The complainant was subsequently dismissed from her employment. Later, her husband and one of her brothers-in-law – both employed with the Delhi police – were suspended on allegedly frivolous grounds. Finally, she herself was arrested in a case of bribery that was registered in March 2019 – almost three months after her dismissal from the Supreme Court. The bribery case was recently shifted to the Crime Branch, which has now moved the Patiala House Court to cancel her bail.
According to the Supreme Court’s “In-House Procedure” that sets out procedure to deal with allegations of sexual harassment, an Inquiry Committee must have taken cognizance of the complaint and initiated inquiry proceedings after giving notice to the respondent (the CJI in this case). However, that is not how the SC chose to respond to the allegation of sexual harassment.
On the morning of 20th April, a notice was issued on the SC website that a 'Special Bench' was being constituted to hold court at 10:30 am on the ‘mentioning’ by the Solicitor General. The notice stated that the purpose of the hearing is "to deal with a matter of great public importance touching upon the independence of the judiciary."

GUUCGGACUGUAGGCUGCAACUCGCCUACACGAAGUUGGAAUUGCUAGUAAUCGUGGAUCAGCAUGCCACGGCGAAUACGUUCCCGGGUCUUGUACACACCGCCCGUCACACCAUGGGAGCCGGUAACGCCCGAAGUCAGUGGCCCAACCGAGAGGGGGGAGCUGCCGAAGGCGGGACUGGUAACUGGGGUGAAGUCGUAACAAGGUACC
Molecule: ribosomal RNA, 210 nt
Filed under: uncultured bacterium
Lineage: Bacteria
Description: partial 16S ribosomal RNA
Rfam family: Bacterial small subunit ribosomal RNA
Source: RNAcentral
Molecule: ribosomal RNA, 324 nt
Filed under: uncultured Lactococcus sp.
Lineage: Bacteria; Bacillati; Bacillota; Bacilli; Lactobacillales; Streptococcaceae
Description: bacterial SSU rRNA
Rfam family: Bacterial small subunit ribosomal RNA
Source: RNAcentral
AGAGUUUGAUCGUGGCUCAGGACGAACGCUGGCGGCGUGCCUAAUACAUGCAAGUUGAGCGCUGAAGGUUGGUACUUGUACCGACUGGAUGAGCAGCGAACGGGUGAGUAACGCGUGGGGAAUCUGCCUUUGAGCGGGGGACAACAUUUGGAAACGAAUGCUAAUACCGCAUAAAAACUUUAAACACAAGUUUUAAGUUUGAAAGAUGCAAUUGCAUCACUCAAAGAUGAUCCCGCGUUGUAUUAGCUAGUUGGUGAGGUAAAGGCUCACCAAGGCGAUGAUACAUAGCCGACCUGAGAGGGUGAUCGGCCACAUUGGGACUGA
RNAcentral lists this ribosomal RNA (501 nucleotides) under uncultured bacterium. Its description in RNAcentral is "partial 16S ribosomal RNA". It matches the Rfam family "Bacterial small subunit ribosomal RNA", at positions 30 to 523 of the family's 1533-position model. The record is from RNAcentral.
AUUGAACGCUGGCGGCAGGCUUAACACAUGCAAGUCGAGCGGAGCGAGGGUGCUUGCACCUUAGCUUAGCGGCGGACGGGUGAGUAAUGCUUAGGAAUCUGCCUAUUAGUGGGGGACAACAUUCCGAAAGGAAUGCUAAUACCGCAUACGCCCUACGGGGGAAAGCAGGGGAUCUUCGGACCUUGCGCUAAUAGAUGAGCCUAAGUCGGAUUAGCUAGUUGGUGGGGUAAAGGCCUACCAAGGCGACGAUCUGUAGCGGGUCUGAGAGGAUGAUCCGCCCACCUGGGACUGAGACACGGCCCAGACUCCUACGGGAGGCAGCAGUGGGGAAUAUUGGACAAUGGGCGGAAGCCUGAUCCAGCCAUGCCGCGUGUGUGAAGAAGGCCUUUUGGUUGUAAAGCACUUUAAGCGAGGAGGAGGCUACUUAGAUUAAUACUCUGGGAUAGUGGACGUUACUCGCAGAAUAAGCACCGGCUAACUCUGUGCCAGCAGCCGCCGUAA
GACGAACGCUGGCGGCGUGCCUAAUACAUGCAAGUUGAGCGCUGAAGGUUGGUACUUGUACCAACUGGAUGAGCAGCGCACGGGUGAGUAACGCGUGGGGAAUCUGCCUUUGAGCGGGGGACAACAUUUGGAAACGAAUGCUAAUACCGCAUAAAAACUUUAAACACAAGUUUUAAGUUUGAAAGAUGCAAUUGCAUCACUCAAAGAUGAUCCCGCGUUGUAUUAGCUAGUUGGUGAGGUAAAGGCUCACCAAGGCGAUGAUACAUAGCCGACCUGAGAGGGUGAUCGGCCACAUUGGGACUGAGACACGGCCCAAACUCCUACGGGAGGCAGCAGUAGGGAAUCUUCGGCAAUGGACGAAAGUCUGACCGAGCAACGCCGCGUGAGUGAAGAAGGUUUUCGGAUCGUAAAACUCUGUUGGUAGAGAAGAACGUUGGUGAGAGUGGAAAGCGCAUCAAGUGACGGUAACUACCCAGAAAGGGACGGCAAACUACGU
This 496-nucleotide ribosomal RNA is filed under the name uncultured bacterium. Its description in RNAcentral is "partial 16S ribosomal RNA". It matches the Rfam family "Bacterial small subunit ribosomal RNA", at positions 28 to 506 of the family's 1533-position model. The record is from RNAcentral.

What ensued was the Chief Justice constituting a “special bench” of his own choosing, with him included on such bench, to respond to the complaint of sexual harassment. Such a move is beyond any know rule or principle of law—whether under the “In-House Procedure" or in the POSH Act or the Supreme Court Sexual Harassment Regulations. Furthermore, the constitution of this bench was a flagrant violation of an essential principle of natural law: ‘that no person should be a judge in their own cause.’ In an open letter, Advocates Ashish Goel and Gautam Bhatia said this was “nothing short of a travesty of justice.”